China’s Space Silk Road reaches Mars and beyond

China's envisioned cosmic corridor comes into clearer view as competition with the US for galactic supremacy intensifies

China seeks to gain an edge in the space race through its Space Silk Road Initiative. Image: Facebook


Most geopolitical analysis is pretty down to Earth. But don’t forget to look up: China’s influence is rocketing above the heavens.

On July 23, a Long March 5 rocket blasted off from the Wenchen Launch Center on China’s Hainan Island. Equipped with a lander, an orbiter and a rover, the Chinese Tianwen-1 spacecraft has set course for Mars to begin a comprehensive survey of the Red Planet. 

The Mars mission, however, is not solely about discovery. It forms part of a comprehensive strategy designed to propel China to the ranks of “fully developed, rich and powerful” nations by the year 2049.

As President Xi Jinping explained to Taikonauts aboard the Tiangong-1, China’s first prototype space station back in 2013, “the space dream is part of the dream to make China stronger.” Xi’s China is no longer “hiding capabilities and keeping a low profile,” it’s “striving for achievement,” he said at the time.   Under Xi’s command, the People’s Republic has launched two prototype space stations (Tiangong-1 and Tiangong-2), as well as a cargo ship (Tianzhou) able to refuel other spacecraft.

In 2018, it fired more rockets into the cosmos than any other nation. A year later, China made history when the Chang’e 4 successfully landed the first rover on the dark side of the Moon.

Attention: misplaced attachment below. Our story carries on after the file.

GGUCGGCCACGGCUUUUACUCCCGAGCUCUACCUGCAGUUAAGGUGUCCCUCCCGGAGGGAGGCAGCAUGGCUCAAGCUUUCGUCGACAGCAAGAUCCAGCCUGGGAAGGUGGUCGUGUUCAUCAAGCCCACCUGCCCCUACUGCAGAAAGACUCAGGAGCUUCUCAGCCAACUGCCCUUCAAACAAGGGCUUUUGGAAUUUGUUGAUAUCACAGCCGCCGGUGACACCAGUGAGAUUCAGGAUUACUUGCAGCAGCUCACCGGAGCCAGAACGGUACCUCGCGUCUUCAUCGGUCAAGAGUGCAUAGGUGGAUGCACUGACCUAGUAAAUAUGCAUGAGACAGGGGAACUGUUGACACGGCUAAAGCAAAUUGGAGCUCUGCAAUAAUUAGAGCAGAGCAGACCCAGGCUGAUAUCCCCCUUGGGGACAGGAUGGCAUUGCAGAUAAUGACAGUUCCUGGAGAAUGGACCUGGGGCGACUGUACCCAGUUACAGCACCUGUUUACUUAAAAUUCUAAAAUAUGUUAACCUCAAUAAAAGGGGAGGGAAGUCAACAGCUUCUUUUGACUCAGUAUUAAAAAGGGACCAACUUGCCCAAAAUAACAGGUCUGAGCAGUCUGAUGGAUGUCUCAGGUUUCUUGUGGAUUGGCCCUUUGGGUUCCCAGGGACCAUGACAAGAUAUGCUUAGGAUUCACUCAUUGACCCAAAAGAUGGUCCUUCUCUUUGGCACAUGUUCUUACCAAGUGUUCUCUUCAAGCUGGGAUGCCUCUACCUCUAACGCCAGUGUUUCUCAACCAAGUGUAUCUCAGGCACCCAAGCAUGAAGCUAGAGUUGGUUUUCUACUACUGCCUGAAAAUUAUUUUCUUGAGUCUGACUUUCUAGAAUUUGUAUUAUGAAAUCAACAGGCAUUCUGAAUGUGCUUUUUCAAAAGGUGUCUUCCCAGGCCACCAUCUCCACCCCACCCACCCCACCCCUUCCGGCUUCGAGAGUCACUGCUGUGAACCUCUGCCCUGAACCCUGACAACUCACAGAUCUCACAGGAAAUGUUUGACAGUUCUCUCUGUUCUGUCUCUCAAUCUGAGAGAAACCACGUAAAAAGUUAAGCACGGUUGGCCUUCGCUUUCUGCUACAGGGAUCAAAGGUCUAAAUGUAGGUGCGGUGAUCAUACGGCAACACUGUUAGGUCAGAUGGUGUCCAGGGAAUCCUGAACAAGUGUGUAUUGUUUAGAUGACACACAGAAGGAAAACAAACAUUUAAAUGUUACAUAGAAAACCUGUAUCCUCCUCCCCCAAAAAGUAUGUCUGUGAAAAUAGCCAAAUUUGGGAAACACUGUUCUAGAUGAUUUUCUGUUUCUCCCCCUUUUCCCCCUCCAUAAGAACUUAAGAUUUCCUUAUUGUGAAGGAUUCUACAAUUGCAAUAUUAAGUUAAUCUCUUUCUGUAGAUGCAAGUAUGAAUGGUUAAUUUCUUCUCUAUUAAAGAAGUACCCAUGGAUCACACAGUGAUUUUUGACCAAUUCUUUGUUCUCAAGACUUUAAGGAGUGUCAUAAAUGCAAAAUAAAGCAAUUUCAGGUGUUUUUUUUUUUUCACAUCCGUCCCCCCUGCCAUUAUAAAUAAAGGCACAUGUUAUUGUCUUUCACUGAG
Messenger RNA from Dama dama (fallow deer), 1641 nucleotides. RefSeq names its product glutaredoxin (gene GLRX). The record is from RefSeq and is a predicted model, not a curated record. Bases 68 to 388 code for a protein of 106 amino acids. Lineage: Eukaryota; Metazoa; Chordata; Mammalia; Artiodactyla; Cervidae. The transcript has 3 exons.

Launch of the Chang’e 4 from China’s Xichang satellite launch center in the western Sichuan province. Photo: Xinhua


Closer to home, the BeiDou 2 navigation system recently launched its 35th satellite, completing its sprawling constellation that promises to provide global coverage as an alternative to America’s GPS and Europe’s Galileo Positioning System. 

If Tianwen-1 successfully reaches Mars, China will join the US and former Soviet Union as the only nations to have achieved such a space feat.

Unlike NASA and other space agencies whose stated goals are to conduct space exploration for the advancement of science, China’s space program is more concerned with economic gains, geostrategic positioning and supporting development goals. 

By 2040, the space industry is forecast to be worth $2.7 trillion, according to a recent report by Bank of America Merrill Lynch. China clearly plans to capitalize on this projection. 

While the most significant short- and medium-term opportunities may come from satellite broadband internet access, the future is poised to see space mining emerge as a profitable industry.

A small asteroid roughly 200 meters in length that is rich in platinum could fetch up to $30 billion, one projection estimates. The Moon possesses hundreds of billions of dollars worth of untapped resources including helium-3, titanium, and other rare earth metals. 

Chinese researchers like Lin Mingtao are already working under the National Space Science Center to capture a near-Earth asteroid and bring it back to China to inspect and extract its resources. 

Beijing also has big plans for the Moon. According to state news agency